The available evidence supports the general statements of Zimmern that the Greeks show no trace of color-prejudice, and of Westermann that Greek society had no color line.But in my opinion, the most revelatory portion of Snowden’s work is the direct and blatant calling out of academic racism, with proper citation (p. 38):A passage in Menander is of importance in determining the Greek attitude toward the Negro. Persons of no account, says Menander, attempt to compensate for their worthlessness by reciting their pedigree. But, insists the comic poet, pedigree is unimportant, for:The man whose natural bent is good,He, mother, he, though Aethiop, is nobly born."A Scyth,"you say? Pest! Anacharsis was a Scyth!In other words, it makes no difference whether one is an Ethiopian or a Scythian; it is natural bent, not race, that determines nobility. Allinson translates lines 11-12 as follows: “The man whose natural bent is good, he, mother, though Aethiop is nobly born.”’Some scholars, however, translate this line in a manner which indicates that they have approached the subject with fixations which derive from certain modern attitudes toward the Negro. Waddell, for example, has the following note on “contemptuously, like ‘blackamoor,’ ‘n****r’;the proverb (wash an Ethiopian white) and Dacus et Aethiops.Waddell’s explanation is not supported by the evidence. Nor do his suggested comparisons with [greek characters] and [greek characters] prove his point.The proverb appears in a passage in Lucian, in which the author is illustrating the futility of advice to the ignorant book-collector on the proper use of books, i.e., advice has been wasted, or, in the words of the proverb, efforts are as futile as an attempt to wash an Ethiopian white. There is nothing contemptuous in the proverb.As for what the Greeks themselves wrote:Modern scholars have at times suggested that the Greeks regarded the Negro’s physical appearance as ugly and that the Greeks saw something comic in many artistic representations of the Negro type. Nothing in Greek literature, however, warrants such an assumption. Philostratus, for example, writes of the Ethiopian’s color as follows:Charming Ethiopians with their strange color…Sextus Empiricus, as stated above, says that beauty is relative and that standards vary from nation to nation, i.e.:…beauty is relative, the Negroes preferring the blackest and the most flat-nosed and the Persians approving the whitest and the most hook-nosed.And from primary sources on Black Greeks themselves:Crossings between Negro and whites in ancient Greece were not uncommon. Aristotle mentions a woman of Elis whose daughter by a Negro was not Negroid but whose grandson was. Plutarch relates a similar story about a Greek woman whose black baby caused her to be accused of adultery, [but] an investigation of her lineage revealed that she was the great granddaughter of an Ethiopian.The many racist academics lambasted here by Snowden, unfortunately, are still making an impact on education today. In Tate’s Critical Race Theory and Education, a general outline emerges (p. 199):Although many scholars have called for a change in the way educational research is conducted in communities of color, the influence of past research is persistent (e.g., Lomawaima,1995;Moran& Hakuta,1995). Carter and Goodwin (1994) stated:The conventional belief in the intellectual inferiority of visible racial/ethnic individuals has had a powerful impact on educational policy and curriculum development since before the 1800s.Because differences in achievement between White and non-White students were assumed to be genetically based, the inferiority paradigm allowed slavery to be condoned, which resulted in racial/ethnic groups, especially Blacks and Indians, considered uneducable and barred from formal or particularly being adequate schooling… The inferiority paradigm continues to manifest itself in the quality of education offered non-White children. 296)And that is why there a supposed “debate” about whether these vases were meant to mock racial differences, or celebrate them.Works Cited:Art and Archaeology of the African Diaspora: New Challenges in Art History InstructionThe Negro in Ancient Greece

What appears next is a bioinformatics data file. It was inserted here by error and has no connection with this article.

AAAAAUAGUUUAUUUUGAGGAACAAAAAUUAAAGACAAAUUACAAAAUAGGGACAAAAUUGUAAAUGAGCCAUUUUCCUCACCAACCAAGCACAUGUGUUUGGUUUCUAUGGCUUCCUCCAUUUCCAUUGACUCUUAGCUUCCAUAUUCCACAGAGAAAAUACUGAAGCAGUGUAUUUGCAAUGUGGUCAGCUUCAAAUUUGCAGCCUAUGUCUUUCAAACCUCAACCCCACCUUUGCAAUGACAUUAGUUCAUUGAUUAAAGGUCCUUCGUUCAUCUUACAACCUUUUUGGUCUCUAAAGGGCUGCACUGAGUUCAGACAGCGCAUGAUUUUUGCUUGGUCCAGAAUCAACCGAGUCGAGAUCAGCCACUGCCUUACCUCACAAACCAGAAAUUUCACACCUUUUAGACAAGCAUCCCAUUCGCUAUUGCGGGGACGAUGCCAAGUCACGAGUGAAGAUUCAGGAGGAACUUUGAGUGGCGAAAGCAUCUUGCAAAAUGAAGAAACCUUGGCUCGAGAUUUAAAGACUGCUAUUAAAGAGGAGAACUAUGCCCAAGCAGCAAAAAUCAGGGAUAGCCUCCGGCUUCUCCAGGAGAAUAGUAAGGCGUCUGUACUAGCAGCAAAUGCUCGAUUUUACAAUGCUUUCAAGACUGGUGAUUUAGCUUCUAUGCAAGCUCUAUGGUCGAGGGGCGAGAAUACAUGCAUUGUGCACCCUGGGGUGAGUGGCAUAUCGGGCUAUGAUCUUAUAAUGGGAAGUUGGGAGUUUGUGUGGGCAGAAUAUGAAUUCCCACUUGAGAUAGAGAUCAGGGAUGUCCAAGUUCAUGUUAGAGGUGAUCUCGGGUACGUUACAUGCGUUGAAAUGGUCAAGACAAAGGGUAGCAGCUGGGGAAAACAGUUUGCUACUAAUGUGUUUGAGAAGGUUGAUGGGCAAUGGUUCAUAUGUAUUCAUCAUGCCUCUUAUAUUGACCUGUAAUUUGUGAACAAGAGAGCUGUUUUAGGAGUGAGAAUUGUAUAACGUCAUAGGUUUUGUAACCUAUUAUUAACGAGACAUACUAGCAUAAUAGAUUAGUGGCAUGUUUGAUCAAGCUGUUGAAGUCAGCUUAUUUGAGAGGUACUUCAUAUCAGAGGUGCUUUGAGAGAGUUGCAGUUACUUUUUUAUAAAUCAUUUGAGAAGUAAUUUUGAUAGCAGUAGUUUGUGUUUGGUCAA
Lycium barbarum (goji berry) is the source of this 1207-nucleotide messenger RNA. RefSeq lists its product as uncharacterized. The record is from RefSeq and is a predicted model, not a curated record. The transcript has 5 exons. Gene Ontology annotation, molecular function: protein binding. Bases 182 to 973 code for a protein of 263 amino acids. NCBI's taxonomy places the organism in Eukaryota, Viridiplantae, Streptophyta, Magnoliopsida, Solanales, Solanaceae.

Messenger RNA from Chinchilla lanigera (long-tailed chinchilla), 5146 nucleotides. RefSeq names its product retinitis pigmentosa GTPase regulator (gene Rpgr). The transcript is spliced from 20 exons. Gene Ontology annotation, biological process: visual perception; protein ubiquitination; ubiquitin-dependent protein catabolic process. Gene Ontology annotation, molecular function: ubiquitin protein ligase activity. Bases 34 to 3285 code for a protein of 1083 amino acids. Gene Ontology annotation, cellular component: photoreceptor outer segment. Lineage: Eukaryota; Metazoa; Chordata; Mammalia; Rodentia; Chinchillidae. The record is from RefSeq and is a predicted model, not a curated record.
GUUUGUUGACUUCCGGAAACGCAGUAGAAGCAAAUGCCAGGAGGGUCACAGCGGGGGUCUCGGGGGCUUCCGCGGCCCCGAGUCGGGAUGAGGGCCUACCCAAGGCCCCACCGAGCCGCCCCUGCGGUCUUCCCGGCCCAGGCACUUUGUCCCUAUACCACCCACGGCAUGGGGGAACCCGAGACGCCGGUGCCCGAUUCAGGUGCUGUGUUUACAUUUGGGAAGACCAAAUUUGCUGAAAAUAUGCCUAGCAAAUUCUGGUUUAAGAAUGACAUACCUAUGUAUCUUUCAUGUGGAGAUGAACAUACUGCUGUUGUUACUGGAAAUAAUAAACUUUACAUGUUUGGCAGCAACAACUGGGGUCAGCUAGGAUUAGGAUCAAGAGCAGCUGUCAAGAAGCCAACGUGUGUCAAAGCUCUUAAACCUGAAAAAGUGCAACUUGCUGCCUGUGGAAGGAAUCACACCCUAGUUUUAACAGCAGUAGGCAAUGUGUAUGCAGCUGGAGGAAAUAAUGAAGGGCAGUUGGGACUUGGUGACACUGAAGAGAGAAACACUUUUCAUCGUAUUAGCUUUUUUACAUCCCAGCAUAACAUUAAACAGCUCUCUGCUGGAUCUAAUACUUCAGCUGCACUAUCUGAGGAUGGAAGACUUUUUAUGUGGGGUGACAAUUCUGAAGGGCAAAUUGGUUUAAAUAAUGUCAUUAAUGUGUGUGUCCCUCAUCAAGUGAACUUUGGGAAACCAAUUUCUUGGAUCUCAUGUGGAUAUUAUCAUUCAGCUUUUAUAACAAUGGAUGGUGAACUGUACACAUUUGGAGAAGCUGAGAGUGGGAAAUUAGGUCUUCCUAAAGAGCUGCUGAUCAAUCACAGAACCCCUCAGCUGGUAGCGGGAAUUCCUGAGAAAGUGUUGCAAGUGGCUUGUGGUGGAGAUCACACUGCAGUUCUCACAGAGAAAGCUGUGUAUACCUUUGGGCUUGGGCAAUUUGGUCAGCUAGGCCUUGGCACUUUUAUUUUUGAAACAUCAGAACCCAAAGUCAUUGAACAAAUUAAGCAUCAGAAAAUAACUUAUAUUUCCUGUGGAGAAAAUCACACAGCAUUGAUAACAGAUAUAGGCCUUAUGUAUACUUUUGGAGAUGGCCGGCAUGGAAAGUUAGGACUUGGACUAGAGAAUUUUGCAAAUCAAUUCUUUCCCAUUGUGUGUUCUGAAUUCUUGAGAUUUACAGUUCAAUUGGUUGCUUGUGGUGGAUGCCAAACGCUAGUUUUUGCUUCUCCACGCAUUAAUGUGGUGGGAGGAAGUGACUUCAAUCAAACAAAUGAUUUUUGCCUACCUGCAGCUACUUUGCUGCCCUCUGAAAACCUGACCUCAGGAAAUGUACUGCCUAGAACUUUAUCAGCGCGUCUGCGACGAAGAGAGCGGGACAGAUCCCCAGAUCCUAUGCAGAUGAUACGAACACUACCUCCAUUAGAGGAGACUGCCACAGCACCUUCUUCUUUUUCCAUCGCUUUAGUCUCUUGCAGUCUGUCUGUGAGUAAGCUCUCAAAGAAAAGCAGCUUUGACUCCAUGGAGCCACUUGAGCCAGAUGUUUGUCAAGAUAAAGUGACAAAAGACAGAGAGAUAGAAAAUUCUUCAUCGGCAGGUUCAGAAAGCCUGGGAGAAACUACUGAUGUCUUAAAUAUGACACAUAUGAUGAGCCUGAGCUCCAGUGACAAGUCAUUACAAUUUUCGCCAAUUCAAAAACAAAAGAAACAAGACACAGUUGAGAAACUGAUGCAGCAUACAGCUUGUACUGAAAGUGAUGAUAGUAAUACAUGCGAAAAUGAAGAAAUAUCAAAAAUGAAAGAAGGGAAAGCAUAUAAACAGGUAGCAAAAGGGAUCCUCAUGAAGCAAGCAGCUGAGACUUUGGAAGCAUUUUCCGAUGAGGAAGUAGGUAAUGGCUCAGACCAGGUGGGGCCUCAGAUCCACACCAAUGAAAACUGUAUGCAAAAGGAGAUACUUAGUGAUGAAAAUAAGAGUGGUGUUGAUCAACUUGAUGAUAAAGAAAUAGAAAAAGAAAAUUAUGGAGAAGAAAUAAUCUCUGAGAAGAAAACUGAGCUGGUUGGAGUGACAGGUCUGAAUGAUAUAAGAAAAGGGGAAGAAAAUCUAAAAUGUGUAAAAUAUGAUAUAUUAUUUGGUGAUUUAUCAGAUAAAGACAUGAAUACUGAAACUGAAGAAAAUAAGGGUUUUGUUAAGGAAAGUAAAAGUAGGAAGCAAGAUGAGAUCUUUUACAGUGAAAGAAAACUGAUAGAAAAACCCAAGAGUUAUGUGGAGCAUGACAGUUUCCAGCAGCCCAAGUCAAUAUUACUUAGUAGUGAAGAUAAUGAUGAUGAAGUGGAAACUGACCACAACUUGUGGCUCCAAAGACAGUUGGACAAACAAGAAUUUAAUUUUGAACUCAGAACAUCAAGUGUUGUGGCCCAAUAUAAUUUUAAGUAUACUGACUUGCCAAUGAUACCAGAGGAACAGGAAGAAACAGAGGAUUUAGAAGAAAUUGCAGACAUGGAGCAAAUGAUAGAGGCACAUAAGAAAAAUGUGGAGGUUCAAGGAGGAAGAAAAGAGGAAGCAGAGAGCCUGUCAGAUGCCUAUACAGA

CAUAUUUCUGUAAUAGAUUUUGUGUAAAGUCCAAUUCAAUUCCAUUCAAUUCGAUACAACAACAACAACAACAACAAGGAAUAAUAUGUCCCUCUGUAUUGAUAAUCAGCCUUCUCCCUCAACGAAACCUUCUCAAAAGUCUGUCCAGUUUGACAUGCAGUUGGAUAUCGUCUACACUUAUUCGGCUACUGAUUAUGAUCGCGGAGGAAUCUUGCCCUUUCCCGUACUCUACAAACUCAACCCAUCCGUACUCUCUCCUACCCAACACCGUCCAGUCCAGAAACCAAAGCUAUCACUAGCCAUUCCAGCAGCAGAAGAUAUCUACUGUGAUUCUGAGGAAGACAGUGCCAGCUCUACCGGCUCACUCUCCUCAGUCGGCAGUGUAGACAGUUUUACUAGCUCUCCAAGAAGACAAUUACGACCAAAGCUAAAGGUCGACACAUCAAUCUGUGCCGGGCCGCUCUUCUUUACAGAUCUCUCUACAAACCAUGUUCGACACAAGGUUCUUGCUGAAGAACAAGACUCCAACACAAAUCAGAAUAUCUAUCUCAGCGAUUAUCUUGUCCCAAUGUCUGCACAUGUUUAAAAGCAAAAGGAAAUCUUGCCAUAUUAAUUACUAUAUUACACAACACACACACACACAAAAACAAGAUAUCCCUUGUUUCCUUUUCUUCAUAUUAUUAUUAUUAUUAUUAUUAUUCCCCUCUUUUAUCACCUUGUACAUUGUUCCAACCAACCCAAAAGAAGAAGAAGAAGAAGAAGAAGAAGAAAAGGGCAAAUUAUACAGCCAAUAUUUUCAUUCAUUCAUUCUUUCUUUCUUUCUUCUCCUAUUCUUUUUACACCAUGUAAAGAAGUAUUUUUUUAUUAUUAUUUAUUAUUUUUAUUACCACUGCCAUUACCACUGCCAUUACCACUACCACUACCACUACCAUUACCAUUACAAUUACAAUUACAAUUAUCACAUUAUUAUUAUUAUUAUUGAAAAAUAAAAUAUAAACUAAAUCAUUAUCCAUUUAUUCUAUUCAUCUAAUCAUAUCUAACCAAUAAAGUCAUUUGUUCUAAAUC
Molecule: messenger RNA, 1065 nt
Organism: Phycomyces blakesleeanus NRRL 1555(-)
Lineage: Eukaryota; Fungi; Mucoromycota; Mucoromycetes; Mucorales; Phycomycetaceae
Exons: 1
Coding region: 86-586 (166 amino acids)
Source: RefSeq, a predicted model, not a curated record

Frank M. Snowden, Jr.
American Anthropologist , New Series, Vol. 50, No. 1, Part 1 (Jan. - Mar., 1948), pp. 31-44
Published by: Wiley on behalf of the American Anthropological Association
Article Stable URL:http://www.jstor.org/stable/663949